There aren't many people/runners that do what you do. You hardly ever miss a run, no matter what the weather conditions are. You run for 9 years now. You have a fantastic running group. I think there will be "looking good" runners that will be jealous of you.

    And remember: there are always people that don't tell the truth on social media. Or photoshop. Recently I read a news article that there are more 18 year old men registered on Facebook that there are in the world right now. Guess a lot of them are lying about there age.

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    1. OK, that's pretty creepy about the 18 year old men Facebook fakers!

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  3. I get this, and have definitely fallen into the trap of comparing myself to other runners in the past too. I had to un-follow a lot of blogs and Instagram accounts because I couldn't deal with people complaining about their "slow" 9:00 miles (and I get that it's all relative, but that can make people like me running "fast" 12:00 minute miles feel kind of bad!). But the thing is, those running selfies are totally staged. Someone I follow on IG posts them pretty regularly, and every single time I see that stride I wonder if that's really what they look like when running (versus "running" by their camera). Likely not.

    I ran a race yesterday where I probably could have gotten a PR, but I was running with my best friend, who I only see a few times a year, so running a little slower so we could chat and enjoy the day was just more important to me. In my book, having people that you can enjoy running with is so much better than Insta-worthy form or a bunch of PRs :)

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    1. I hope a lot of those running selfies are staged, because seriously, I never see any of my friends running like I do on Instagram.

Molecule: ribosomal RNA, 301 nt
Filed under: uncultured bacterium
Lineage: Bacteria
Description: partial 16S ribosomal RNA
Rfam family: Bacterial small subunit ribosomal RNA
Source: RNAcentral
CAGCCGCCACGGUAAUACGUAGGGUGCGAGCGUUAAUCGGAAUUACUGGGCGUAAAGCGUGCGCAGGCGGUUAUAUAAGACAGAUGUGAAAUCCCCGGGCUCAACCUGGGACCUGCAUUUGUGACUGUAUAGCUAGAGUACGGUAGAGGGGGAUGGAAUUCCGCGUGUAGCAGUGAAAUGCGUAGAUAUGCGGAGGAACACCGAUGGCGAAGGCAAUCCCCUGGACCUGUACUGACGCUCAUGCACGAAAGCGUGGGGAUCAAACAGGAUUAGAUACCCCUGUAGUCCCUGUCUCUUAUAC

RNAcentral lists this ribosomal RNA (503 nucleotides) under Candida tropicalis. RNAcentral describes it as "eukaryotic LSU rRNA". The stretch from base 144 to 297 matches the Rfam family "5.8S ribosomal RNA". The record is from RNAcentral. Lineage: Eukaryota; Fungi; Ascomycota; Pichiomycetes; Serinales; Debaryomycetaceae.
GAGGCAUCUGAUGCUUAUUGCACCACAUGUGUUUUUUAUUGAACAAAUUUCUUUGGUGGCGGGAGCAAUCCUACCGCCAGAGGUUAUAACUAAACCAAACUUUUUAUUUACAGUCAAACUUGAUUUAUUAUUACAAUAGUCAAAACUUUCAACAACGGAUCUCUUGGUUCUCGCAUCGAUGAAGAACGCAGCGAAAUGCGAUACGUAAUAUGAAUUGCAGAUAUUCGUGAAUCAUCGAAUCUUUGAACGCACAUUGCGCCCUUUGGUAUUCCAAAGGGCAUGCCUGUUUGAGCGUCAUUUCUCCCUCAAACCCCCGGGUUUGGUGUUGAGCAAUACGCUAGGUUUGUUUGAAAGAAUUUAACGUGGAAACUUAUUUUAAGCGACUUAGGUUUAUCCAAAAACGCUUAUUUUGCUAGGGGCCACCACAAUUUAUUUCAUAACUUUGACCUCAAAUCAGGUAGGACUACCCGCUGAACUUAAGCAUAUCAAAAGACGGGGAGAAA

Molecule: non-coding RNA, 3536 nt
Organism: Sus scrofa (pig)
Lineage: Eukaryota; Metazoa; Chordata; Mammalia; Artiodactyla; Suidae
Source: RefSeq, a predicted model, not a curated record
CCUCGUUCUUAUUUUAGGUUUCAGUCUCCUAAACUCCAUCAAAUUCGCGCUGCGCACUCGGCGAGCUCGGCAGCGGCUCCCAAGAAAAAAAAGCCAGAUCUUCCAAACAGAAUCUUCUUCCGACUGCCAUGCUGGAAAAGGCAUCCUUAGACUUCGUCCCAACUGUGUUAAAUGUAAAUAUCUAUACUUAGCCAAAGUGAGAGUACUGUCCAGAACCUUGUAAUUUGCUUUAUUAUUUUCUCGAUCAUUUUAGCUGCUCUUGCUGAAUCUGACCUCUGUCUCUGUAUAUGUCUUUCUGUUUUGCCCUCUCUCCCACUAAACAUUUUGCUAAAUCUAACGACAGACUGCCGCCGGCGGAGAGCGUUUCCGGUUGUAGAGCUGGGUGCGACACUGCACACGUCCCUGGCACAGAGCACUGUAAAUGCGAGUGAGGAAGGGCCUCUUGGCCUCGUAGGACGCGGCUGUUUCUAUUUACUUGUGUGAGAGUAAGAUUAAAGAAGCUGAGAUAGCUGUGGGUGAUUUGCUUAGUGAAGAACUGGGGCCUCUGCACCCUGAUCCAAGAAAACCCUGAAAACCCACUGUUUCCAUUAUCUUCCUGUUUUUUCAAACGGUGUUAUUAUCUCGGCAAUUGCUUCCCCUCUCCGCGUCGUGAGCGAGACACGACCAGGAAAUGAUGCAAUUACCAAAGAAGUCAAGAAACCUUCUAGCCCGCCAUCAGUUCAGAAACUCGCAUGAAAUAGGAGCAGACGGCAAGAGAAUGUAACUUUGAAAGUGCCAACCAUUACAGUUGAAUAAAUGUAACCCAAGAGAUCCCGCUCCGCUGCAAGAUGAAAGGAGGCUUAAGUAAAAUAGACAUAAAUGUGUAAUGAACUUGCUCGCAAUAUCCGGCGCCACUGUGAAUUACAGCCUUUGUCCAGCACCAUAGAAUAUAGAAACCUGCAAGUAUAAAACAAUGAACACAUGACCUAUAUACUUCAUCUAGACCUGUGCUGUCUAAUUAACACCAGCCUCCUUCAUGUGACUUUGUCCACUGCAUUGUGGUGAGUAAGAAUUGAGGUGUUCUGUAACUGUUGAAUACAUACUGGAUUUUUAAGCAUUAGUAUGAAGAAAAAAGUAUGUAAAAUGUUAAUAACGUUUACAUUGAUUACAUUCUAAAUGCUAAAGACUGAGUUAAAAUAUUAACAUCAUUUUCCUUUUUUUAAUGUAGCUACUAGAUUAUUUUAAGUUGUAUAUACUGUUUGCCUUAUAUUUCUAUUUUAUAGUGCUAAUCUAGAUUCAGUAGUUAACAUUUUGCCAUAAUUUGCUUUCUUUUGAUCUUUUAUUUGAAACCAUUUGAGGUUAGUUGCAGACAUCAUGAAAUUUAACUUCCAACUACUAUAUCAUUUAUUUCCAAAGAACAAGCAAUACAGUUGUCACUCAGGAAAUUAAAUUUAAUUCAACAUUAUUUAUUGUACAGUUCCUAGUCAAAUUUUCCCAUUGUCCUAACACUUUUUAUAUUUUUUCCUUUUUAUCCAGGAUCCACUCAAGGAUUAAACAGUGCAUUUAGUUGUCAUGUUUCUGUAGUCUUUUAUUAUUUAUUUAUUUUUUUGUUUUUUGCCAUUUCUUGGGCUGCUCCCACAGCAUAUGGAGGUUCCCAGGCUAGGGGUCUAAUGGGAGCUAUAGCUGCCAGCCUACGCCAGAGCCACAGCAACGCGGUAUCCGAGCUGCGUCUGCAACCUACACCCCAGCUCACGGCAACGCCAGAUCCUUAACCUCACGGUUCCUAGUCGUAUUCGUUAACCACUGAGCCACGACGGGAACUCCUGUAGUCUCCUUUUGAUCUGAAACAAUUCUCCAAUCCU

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  4. I stopped posting my stats a few years ago for the reasons you mentioned--not because seeing other people's stats made me feel bad, but because I think I was making people feel bad. I know this based on comments I received. This was on FB--I didn't really get active on IG until about a year ago, like you. Now I just have fun with my selfies.

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    1. Your jumping selfies and the outtakes are hilarious!

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  5. IMHO even worse than comparing yourself to other runners, is comparing yourself to yourself. One of the trainers from my last marathon is now training for a marathon herself and hadn't run one in the last 9 years. She has been having a terrible time with comparing what she's doing now to what she did in 2008. I totally get that as wouldn't we all like to be our younger, faster selves? But it's truly more harmful than helpful as so much of training, racing, and running is mental.

    I am glad you've found what works for you and I am also convinced this is why you keep racing - and enjoying your racing and running.

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    1. For sure, if I look back on my running in 2010, I can get wistful about that - mostly because as usual, I didn't appreciate how well I was doing at the time. Will I ever learn??

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    2. You are awesome just the way you are Shelley!!

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  6. I am fairly competitive, and so I fall prey to comparing sometimes. For a long time, I've realized that that competitive nature was not usually a good thing, so I actively work at NOT being competitive. Also, I don't even know how to get on Instagram, and I'm determined to not find out :)

    You have been a real model of how to continue living the best healthy real life in the real world. Really :)